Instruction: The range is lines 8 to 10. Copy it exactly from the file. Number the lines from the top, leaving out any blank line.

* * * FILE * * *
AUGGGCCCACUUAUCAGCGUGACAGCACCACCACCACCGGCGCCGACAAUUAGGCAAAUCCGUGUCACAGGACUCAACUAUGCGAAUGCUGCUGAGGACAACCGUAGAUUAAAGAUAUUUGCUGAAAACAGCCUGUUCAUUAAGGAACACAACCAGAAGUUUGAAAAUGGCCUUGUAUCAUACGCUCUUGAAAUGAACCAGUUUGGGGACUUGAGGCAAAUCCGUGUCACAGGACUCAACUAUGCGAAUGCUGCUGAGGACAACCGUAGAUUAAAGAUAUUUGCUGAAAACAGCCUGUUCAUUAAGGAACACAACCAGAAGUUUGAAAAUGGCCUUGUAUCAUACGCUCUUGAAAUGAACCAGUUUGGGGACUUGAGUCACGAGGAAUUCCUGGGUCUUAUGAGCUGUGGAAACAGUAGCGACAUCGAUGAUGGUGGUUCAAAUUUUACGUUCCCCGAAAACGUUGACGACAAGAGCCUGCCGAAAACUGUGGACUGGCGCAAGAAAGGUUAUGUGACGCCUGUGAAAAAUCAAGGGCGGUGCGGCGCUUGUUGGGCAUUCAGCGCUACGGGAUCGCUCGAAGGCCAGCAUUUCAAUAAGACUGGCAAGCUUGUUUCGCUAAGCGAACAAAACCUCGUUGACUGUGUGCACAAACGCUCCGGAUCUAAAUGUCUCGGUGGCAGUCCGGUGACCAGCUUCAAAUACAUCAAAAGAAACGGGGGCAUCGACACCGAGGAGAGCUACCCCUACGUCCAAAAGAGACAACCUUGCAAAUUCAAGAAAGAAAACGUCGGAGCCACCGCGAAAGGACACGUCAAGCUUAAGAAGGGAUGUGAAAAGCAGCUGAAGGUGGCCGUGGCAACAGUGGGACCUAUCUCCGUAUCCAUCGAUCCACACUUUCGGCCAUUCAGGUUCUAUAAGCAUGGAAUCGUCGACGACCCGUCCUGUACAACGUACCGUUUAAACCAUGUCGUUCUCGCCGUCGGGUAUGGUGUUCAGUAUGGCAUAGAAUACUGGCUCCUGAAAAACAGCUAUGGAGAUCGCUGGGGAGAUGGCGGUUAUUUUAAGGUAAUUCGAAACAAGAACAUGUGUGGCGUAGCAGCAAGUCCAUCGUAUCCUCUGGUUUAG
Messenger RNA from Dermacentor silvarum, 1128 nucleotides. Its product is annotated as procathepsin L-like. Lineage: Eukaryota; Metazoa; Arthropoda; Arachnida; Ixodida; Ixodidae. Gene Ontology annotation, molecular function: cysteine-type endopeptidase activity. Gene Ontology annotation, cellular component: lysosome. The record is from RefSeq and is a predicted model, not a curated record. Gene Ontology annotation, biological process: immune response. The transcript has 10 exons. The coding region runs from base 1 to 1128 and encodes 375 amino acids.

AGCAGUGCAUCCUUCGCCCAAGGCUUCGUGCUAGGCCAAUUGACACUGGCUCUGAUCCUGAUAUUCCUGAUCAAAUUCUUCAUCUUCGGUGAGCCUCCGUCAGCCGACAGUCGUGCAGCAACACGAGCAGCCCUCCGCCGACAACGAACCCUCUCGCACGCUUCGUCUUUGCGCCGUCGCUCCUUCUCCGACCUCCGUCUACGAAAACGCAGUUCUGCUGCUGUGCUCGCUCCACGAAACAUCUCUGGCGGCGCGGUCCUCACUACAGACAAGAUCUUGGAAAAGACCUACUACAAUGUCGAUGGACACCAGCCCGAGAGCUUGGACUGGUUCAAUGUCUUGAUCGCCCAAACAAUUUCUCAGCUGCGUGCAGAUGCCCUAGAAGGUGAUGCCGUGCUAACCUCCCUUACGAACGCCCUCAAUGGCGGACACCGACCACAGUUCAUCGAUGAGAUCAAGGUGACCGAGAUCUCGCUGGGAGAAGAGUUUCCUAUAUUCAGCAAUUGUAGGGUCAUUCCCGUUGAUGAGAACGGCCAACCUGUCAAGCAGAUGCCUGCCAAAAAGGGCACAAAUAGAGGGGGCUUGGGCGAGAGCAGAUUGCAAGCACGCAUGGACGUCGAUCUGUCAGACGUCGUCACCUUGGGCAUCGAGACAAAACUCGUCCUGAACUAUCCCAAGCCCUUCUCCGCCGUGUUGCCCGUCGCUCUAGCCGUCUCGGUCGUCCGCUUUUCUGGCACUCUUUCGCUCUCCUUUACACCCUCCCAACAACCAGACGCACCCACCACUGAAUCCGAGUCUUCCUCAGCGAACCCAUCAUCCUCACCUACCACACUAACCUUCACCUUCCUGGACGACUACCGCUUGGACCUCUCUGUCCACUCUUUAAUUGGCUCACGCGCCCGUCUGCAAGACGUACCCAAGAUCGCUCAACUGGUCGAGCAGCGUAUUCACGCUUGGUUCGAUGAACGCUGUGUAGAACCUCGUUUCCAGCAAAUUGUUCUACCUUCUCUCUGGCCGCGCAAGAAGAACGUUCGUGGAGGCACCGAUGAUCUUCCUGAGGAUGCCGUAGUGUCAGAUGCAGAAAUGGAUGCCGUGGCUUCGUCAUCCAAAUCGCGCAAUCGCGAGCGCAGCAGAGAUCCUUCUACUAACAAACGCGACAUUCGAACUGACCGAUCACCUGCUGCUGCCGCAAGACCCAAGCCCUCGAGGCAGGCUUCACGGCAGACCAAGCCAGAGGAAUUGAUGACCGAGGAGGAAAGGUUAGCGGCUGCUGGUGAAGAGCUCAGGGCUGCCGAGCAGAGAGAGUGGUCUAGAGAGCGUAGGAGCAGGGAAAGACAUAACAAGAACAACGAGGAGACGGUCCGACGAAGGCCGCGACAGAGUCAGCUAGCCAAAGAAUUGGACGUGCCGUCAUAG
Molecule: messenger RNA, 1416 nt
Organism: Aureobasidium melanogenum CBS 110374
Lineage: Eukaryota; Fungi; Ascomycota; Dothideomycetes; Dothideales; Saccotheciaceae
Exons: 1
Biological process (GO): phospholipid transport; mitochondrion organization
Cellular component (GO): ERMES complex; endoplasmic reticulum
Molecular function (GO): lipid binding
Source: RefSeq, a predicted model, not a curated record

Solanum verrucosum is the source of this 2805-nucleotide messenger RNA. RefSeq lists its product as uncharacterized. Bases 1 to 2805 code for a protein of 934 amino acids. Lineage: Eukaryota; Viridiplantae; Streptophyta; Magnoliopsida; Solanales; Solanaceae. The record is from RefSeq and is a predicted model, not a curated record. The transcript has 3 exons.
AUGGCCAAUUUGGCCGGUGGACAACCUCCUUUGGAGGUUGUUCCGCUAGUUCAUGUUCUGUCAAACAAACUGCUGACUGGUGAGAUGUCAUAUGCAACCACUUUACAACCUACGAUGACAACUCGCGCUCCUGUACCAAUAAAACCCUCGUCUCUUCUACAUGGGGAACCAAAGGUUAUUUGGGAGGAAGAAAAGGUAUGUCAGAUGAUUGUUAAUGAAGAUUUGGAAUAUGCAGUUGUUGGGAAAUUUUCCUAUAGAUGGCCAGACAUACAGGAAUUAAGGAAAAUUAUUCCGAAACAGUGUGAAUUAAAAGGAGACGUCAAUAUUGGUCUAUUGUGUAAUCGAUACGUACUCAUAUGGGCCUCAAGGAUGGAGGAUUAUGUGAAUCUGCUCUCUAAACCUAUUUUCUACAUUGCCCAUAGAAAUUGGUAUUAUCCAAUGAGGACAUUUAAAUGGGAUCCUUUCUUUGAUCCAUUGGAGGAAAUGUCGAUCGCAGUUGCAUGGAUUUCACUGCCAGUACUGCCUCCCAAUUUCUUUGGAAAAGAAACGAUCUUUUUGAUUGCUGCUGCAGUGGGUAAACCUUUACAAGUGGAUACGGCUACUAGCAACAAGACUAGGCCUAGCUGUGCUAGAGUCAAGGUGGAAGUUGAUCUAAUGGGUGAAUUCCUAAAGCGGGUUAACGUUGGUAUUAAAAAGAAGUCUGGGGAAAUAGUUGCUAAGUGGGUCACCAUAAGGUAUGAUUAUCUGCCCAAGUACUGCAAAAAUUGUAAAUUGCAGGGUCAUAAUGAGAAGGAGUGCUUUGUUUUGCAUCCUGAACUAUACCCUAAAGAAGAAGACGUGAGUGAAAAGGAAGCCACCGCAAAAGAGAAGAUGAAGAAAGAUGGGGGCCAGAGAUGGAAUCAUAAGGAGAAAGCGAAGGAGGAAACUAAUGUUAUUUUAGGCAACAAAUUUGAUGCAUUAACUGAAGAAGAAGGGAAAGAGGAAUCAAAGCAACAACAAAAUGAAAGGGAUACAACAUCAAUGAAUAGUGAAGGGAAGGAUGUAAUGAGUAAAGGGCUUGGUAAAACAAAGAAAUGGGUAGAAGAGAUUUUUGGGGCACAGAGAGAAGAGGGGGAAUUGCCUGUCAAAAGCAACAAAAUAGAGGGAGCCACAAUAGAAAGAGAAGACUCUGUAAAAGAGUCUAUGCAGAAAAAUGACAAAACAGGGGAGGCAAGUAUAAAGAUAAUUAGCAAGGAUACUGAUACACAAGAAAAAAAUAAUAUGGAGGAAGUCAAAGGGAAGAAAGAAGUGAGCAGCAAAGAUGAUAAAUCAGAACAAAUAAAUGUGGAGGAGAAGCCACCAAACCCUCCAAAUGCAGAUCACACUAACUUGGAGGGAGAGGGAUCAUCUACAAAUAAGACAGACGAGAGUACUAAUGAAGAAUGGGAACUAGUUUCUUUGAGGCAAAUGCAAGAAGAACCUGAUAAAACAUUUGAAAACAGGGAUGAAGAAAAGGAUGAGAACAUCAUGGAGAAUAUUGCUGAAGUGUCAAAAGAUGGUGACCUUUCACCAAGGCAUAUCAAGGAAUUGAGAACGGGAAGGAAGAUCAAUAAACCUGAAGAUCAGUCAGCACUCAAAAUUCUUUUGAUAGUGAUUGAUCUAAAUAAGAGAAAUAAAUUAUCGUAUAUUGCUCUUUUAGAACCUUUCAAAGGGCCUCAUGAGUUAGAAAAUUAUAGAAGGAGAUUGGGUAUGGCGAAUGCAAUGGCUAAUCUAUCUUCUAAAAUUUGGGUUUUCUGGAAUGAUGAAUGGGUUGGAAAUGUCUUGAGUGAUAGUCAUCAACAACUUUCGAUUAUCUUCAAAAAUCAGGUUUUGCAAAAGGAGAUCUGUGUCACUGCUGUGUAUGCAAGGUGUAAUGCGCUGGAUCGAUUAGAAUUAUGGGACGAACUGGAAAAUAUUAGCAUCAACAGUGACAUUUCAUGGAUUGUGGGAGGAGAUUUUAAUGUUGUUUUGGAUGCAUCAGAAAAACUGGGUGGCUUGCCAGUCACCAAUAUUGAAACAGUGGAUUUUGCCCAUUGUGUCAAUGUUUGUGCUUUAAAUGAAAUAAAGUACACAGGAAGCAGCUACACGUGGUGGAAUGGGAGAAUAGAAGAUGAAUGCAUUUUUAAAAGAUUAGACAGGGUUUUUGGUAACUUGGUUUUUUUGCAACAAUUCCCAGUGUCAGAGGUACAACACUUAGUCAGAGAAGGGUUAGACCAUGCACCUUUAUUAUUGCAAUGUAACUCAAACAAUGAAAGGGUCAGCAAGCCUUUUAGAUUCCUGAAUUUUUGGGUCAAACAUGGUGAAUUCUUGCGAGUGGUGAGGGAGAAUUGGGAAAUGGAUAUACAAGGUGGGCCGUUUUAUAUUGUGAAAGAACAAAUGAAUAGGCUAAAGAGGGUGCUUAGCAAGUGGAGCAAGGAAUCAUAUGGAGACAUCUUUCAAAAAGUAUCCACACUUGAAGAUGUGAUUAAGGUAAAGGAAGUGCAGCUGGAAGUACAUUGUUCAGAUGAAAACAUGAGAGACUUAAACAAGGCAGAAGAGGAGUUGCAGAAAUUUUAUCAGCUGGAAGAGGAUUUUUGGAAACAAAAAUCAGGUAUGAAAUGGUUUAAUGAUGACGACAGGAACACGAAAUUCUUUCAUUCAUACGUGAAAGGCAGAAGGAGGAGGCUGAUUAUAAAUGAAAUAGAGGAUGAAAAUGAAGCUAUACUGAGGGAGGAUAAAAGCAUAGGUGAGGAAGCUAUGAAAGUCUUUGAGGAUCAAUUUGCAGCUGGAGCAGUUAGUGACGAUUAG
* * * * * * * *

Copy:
Biological process (GO): phospholipid transport; mitochondrion organization
Cellular component (GO): ERMES complex; endoplasmic reticulum
Molecular function (GO): lipid binding